Eyal Yakoby, a senior at the University of Pennsylvania who testified before Congress about the recent wave of antisemitism, believes the university is ignoring the protesters’ threats of violence.

“While people dismiss the violent nature of these protests, chanting globalize the intifada literally is a call to violence. A university’s core mission is to educate students. When protests are blasting air horns in the middle of the school day, how are students supposed to focus? Penn, along with other universities, needs to decide whether their mission is to educate or to be ground-zero for violent protests.”

Andrew Goretsky, the Philadelphia Regional Director of the Antidefamation League, said, “What we are seeing at Penn and on campuses across the country are not peaceful protests. They are efforts to harass, intimidate, and interfere with the operation of the university — depriving students of their education. The Penn administration needs to make it abundantly clear that anyone interfering with classes or harassing or threatening students will be subject to campus discipline or, where appropriate, face legal consequences.”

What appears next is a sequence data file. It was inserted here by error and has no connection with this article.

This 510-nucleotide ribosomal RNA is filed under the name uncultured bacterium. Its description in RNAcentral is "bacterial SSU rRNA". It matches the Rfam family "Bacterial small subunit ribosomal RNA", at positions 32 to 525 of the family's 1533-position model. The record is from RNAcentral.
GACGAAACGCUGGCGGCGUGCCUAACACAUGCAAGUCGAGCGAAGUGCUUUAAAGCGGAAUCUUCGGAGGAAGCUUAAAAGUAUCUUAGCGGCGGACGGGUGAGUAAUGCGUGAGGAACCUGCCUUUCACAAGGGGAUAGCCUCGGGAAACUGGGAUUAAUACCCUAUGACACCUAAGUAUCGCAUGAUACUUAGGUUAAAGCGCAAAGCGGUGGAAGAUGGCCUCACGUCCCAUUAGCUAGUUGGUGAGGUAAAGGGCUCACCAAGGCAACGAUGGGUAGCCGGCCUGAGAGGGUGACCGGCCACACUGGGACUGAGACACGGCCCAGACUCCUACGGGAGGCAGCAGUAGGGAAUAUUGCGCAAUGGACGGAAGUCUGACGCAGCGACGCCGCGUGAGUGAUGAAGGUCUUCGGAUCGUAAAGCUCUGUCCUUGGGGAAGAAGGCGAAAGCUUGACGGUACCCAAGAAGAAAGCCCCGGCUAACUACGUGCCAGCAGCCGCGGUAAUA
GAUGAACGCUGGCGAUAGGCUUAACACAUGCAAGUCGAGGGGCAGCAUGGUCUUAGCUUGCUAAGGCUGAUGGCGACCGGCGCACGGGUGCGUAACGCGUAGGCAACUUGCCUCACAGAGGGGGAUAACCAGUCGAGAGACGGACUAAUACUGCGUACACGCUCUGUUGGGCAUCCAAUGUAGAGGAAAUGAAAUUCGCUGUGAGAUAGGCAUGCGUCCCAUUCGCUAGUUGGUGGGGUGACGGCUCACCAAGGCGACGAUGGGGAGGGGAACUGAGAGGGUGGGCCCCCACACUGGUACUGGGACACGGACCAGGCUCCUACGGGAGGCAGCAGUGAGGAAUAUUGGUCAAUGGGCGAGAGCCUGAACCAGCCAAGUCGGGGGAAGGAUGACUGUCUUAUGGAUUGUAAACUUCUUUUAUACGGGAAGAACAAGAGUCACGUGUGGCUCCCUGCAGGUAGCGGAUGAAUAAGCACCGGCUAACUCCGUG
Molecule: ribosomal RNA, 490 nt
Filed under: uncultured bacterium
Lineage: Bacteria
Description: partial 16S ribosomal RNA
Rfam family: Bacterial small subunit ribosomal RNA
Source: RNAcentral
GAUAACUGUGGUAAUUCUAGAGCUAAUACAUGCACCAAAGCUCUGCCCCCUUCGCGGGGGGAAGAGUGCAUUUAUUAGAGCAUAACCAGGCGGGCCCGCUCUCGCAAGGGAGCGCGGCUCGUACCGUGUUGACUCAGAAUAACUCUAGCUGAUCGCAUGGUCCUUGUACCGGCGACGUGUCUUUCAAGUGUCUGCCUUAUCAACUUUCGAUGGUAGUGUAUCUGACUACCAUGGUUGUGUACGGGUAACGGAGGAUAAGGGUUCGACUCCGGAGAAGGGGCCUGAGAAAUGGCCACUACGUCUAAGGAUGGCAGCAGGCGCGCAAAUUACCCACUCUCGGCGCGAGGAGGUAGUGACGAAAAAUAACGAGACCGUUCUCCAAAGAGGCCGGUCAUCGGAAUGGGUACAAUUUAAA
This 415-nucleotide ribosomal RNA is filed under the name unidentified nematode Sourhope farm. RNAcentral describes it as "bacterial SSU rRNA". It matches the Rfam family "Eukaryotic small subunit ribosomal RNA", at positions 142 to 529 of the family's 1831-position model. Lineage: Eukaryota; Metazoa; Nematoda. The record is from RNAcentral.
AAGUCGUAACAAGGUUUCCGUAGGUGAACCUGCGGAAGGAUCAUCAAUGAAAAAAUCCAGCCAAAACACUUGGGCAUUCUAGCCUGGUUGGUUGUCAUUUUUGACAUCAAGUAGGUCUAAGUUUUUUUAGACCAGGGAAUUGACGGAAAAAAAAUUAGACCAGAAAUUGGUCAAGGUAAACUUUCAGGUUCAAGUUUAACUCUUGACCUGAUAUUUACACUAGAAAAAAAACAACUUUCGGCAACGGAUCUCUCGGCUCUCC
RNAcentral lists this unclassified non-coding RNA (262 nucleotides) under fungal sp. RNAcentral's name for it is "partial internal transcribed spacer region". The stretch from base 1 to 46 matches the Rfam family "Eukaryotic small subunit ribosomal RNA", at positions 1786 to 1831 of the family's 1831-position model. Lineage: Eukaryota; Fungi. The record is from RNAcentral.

Police had arrested nearly 900 pro-Palestinian protesters at campuses across the U.S. as of Sunday evening. The disorder has become so problematic that the University of Southern California (USC) has canceled its graduation ceremony.

Jamie Walker, a Jewish parent from Bucks County, said, “It’s absolutely terrifying that these protests are happening at these universities. As a Jewish parent, I am scared to send my kids to college. It’s blatant antisemitism taking place. All of these young adults are actively supporting terrorist organizations. They are overwhelmingly uninformed about the groups they are supporting.”

“It’s scary to think that universities in Pennsylvania are allowing this to occur,” said Walker. “What’s even scarier is these young adults are the future leaders of America. Colleges need to rethink their curriculum. They are failing society.”